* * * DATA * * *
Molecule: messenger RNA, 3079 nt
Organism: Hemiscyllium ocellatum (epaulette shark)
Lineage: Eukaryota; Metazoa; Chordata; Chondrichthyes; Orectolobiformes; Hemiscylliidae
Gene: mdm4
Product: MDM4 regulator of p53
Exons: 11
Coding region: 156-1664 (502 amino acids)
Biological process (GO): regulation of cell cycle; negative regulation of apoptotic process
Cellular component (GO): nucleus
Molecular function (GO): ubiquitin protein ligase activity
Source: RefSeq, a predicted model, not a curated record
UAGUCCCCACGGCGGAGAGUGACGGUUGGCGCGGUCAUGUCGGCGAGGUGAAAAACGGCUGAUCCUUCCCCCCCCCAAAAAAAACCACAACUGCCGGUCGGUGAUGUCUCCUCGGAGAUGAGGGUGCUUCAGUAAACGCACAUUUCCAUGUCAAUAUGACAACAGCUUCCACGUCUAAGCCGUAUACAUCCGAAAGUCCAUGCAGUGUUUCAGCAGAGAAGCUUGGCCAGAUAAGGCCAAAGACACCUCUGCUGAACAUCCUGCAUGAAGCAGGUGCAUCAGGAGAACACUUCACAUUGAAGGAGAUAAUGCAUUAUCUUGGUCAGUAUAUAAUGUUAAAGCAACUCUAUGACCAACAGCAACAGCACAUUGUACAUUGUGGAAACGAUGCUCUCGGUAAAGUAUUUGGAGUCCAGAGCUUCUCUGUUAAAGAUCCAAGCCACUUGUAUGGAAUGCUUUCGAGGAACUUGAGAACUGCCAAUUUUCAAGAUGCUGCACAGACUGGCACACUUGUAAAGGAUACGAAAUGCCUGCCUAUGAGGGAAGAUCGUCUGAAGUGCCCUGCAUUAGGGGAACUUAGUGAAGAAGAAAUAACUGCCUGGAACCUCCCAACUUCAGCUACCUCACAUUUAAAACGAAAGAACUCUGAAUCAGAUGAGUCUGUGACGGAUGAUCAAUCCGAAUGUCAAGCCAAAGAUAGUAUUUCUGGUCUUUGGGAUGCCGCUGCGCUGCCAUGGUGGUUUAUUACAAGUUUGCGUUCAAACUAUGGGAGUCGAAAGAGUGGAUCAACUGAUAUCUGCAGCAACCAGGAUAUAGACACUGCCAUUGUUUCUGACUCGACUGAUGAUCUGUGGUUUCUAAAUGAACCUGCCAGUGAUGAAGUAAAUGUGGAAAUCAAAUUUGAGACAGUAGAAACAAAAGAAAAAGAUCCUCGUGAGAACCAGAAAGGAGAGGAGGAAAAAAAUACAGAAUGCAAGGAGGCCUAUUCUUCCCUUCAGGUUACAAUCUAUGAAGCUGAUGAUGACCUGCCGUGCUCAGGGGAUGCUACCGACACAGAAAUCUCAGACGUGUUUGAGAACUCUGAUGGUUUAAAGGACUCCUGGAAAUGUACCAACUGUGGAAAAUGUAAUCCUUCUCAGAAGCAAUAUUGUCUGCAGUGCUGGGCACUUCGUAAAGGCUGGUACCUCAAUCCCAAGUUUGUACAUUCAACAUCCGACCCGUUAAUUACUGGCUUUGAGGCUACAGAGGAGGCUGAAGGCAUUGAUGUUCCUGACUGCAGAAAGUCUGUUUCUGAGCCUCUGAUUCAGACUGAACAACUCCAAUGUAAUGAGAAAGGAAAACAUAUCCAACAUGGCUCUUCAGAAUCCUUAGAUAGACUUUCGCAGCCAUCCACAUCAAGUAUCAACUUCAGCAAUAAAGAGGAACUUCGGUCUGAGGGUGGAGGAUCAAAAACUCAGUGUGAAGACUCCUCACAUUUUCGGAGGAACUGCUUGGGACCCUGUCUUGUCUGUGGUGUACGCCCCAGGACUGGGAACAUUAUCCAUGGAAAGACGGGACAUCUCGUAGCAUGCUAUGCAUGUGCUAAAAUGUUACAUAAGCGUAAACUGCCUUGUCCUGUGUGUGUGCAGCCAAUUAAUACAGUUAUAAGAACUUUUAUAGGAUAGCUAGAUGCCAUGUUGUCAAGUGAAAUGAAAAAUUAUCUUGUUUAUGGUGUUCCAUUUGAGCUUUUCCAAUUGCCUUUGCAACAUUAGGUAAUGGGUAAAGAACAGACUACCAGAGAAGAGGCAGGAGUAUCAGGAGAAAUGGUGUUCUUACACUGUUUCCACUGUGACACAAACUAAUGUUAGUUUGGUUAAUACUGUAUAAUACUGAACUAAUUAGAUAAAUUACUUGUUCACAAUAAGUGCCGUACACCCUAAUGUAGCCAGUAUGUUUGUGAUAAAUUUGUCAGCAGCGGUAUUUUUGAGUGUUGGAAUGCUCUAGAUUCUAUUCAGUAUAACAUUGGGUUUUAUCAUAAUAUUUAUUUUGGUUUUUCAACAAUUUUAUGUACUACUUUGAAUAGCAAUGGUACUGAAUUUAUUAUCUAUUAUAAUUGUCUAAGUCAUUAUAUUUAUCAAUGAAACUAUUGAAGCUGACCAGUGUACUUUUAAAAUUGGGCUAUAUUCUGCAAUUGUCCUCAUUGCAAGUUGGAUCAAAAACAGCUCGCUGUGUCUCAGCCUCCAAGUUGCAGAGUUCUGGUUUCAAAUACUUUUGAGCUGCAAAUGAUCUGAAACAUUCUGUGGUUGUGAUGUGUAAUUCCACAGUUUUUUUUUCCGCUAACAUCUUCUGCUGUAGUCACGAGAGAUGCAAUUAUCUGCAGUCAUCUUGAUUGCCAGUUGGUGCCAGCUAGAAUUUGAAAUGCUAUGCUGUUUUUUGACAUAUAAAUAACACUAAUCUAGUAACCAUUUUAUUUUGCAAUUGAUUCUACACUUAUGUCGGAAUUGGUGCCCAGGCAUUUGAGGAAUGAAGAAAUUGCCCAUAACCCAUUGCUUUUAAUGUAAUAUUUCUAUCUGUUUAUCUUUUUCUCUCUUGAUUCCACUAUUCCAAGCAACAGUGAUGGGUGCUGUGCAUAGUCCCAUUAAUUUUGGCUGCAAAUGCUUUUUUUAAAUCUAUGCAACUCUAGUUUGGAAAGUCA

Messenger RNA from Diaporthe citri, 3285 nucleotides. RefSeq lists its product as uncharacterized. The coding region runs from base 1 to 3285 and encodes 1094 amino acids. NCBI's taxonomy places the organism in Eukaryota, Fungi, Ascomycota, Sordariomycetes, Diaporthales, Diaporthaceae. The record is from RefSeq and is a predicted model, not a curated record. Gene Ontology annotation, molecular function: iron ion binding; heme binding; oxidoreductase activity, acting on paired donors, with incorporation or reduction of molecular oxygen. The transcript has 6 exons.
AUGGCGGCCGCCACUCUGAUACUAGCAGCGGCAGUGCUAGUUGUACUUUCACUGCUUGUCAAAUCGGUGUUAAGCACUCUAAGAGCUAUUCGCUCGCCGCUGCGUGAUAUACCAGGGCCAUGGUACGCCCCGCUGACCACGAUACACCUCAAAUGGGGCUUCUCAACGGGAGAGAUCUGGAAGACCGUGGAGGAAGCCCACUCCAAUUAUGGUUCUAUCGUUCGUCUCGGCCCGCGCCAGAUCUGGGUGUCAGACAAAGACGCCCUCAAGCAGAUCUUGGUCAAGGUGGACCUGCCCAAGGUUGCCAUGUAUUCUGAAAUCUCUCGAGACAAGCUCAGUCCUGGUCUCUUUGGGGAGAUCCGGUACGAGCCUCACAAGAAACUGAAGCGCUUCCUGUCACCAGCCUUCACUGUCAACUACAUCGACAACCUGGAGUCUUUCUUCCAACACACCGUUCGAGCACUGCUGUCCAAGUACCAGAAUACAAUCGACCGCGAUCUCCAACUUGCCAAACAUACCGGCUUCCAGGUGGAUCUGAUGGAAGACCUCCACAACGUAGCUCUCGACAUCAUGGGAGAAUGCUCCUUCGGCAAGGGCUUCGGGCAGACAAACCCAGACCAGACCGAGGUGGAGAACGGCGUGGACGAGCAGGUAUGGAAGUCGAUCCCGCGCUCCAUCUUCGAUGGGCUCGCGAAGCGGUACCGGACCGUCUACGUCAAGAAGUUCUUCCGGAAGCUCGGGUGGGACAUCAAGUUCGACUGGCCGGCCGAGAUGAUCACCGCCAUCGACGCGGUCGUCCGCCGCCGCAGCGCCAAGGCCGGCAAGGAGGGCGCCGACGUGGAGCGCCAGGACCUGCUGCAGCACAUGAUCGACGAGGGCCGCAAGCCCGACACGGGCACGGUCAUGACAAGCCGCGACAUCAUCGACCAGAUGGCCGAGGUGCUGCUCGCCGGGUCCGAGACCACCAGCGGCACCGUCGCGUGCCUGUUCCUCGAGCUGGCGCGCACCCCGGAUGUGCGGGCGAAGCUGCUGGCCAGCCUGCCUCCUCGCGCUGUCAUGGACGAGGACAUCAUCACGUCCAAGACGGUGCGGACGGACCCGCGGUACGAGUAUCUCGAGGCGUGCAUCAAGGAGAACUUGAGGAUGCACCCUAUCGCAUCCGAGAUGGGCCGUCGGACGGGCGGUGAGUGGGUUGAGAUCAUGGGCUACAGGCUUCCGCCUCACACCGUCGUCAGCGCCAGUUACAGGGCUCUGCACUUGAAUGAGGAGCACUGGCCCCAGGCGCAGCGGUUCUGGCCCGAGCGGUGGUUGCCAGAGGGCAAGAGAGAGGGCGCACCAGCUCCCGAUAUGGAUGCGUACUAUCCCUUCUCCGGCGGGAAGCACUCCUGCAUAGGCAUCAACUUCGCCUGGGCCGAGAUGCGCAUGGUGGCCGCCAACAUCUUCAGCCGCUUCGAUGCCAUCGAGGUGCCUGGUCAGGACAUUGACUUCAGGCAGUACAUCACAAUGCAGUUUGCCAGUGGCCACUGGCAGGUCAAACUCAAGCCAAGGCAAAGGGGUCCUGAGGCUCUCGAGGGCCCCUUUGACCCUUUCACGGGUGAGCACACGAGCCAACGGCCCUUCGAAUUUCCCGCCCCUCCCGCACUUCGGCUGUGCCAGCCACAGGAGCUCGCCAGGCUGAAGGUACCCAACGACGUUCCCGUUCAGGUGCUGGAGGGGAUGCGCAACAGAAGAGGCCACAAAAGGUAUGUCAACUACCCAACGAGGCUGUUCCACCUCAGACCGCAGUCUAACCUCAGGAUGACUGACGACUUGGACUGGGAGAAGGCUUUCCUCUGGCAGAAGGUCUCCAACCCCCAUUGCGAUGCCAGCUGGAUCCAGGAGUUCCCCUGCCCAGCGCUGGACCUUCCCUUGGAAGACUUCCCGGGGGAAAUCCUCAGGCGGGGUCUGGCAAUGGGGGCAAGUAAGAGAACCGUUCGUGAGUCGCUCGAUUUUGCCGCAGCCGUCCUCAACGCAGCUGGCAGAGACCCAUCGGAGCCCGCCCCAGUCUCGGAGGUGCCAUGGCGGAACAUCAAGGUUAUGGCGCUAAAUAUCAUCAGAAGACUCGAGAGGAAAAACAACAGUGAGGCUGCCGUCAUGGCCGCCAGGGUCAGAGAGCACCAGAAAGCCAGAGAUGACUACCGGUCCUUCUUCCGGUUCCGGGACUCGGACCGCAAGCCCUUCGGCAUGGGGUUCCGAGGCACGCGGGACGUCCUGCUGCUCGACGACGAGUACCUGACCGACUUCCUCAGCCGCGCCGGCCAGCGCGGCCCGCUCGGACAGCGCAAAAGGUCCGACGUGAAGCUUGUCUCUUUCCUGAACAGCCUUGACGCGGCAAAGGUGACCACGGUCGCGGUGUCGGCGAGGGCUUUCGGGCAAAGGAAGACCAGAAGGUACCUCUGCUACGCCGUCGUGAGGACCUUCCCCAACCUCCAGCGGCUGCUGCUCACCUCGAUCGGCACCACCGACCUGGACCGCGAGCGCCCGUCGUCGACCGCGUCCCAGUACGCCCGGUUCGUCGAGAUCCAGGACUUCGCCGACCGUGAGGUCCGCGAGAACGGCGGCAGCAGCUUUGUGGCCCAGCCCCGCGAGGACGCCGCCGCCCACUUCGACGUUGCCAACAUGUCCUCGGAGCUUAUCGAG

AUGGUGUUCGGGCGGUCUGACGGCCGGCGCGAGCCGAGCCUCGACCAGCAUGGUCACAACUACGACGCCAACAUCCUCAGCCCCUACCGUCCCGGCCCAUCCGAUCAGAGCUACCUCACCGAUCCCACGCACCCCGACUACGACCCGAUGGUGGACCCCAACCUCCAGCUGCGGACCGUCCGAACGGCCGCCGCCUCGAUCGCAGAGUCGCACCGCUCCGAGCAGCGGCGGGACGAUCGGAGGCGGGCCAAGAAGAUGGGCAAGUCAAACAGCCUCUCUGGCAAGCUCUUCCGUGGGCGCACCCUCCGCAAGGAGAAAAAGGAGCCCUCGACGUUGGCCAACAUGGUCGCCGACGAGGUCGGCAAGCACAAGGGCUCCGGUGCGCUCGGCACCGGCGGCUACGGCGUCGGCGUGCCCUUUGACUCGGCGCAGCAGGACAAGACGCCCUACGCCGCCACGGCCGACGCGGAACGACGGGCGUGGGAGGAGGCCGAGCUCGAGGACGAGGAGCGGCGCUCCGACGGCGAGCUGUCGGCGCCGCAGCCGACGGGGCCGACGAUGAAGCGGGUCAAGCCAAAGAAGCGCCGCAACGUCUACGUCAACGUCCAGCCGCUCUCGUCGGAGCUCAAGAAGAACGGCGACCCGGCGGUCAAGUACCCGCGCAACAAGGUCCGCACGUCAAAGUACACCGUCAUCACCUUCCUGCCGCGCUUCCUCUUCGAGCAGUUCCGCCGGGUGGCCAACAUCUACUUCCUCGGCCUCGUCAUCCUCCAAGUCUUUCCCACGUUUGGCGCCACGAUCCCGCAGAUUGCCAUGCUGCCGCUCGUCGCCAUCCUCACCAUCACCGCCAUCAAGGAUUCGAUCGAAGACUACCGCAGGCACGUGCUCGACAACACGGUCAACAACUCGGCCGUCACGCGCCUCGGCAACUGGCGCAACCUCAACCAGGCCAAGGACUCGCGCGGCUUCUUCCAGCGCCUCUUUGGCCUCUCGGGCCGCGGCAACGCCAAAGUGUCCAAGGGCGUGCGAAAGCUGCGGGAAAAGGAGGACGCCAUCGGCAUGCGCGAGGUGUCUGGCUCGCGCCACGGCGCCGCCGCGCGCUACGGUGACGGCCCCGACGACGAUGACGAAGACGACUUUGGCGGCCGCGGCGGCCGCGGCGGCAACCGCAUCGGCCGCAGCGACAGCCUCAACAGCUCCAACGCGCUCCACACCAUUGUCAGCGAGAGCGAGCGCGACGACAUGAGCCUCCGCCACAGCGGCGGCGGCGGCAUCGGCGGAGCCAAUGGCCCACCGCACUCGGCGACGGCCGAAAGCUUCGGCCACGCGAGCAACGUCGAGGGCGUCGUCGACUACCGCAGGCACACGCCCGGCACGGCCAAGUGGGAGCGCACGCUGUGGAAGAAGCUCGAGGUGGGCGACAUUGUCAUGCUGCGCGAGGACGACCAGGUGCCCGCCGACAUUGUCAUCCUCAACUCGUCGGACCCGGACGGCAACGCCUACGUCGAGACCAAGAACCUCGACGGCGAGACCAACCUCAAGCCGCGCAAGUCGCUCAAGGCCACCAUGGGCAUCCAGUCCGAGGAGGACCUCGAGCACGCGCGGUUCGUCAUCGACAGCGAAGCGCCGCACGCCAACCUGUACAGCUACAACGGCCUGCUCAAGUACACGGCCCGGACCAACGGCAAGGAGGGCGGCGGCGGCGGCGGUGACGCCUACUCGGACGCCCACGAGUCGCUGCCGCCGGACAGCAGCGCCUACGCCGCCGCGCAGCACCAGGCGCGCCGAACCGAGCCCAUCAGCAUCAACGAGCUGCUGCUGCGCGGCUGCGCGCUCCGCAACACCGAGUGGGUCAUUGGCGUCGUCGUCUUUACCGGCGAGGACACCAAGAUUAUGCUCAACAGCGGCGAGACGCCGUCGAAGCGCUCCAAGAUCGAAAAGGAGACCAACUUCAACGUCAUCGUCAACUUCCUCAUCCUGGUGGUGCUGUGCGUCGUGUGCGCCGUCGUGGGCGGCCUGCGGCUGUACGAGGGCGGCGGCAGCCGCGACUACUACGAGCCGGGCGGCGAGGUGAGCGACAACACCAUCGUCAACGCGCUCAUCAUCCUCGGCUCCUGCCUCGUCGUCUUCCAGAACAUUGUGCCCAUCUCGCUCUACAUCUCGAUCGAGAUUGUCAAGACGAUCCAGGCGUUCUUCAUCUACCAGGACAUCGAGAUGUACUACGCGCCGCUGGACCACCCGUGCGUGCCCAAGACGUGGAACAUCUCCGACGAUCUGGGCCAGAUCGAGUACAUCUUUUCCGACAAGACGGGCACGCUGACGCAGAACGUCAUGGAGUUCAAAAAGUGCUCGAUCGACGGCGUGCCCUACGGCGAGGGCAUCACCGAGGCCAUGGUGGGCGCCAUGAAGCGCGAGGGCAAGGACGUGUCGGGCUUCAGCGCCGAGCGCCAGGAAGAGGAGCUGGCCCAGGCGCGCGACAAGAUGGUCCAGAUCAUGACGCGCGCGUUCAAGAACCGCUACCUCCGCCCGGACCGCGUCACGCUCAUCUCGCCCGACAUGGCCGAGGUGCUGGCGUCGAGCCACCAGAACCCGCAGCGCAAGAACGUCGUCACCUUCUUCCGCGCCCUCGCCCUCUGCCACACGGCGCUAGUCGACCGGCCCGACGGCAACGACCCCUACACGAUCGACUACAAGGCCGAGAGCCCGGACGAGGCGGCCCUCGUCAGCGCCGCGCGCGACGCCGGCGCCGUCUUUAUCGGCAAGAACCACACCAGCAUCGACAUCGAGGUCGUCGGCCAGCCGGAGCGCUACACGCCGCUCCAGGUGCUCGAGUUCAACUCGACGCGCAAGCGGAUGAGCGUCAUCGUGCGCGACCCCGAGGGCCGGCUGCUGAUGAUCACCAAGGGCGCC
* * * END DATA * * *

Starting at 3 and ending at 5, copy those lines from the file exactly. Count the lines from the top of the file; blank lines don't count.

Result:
Lineage: Eukaryota; Metazoa; Chordata; Chondrichthyes; Orectolobiformes; Hemiscylliidae
Gene: mdm4
Product: MDM4 regulator of p53